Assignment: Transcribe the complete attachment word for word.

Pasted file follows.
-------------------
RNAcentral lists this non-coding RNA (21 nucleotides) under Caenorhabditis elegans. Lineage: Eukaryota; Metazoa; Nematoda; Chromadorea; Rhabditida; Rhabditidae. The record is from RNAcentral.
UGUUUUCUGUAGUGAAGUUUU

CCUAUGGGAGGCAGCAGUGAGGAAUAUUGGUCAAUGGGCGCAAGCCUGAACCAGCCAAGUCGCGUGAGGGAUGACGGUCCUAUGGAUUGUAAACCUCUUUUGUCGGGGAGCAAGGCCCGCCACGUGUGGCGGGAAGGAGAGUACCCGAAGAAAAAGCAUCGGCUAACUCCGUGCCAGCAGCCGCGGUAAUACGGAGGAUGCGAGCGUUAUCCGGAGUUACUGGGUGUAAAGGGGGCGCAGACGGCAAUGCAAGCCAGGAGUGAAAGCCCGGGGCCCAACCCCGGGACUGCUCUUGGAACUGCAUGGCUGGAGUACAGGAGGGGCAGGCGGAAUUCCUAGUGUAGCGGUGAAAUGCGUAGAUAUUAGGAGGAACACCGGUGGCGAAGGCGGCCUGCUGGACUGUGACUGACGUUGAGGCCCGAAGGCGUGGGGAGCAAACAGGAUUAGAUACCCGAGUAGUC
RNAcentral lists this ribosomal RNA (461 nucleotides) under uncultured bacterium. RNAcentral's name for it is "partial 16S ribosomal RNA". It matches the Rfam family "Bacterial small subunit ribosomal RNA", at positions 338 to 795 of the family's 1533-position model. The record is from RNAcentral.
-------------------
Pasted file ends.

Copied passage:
RNAcentral lists this non-coding RNA (21 nucleotides) under Caenorhabditis elegans. Lineage: Eukaryota; Metazoa; Nematoda; Chromadorea; Rhabditida; Rhabditidae. The record is from RNAcentral.
UGUUUUCUGUAGUGAAGUUUU

CCUAUGGGAGGCAGCAGUGAGGAAUAUUGGUCAAUGGGCGCAAGCCUGAACCAGCCAAGUCGCGUGAGGGAUGACGGUCCUAUGGAUUGUAAACCUCUUUUGUCGGGGAGCAAGGCCCGCCACGUGUGGCGGGAAGGAGAGUACCCGAAGAAAAAGCAUCGGCUAACUCCGUGCCAGCAGCCGCGGUAAUACGGAGGAUGCGAGCGUUAUCCGGAGUUACUGGGUGUAAAGGGGGCGCAGACGGCAAUGCAAGCCAGGAGUGAAAGCCCGGGGCCCAACCCCGGGACUGCUCUUGGAACUGCAUGGCUGGAGUACAGGAGGGGCAGGCGGAAUUCCUAGUGUAGCGGUGAAAUGCGUAGAUAUUAGGAGGAACACCGGUGGCGAAGGCGGCCUGCUGGACUGUGACUGACGUUGAGGCCCGAAGGCGUGGGGAGCAAACAGGAUUAGAUACCCGAGUAGUC
RNAcentral lists this ribosomal RNA (461 nucleotides) under uncultured bacterium. RNAcentral's name for it is "partial 16S ribosomal RNA". It matches the Rfam family "Bacterial small subunit ribosomal RNA", at positions 338 to 795 of the family's 1533-position model. The record is from RNAcentral.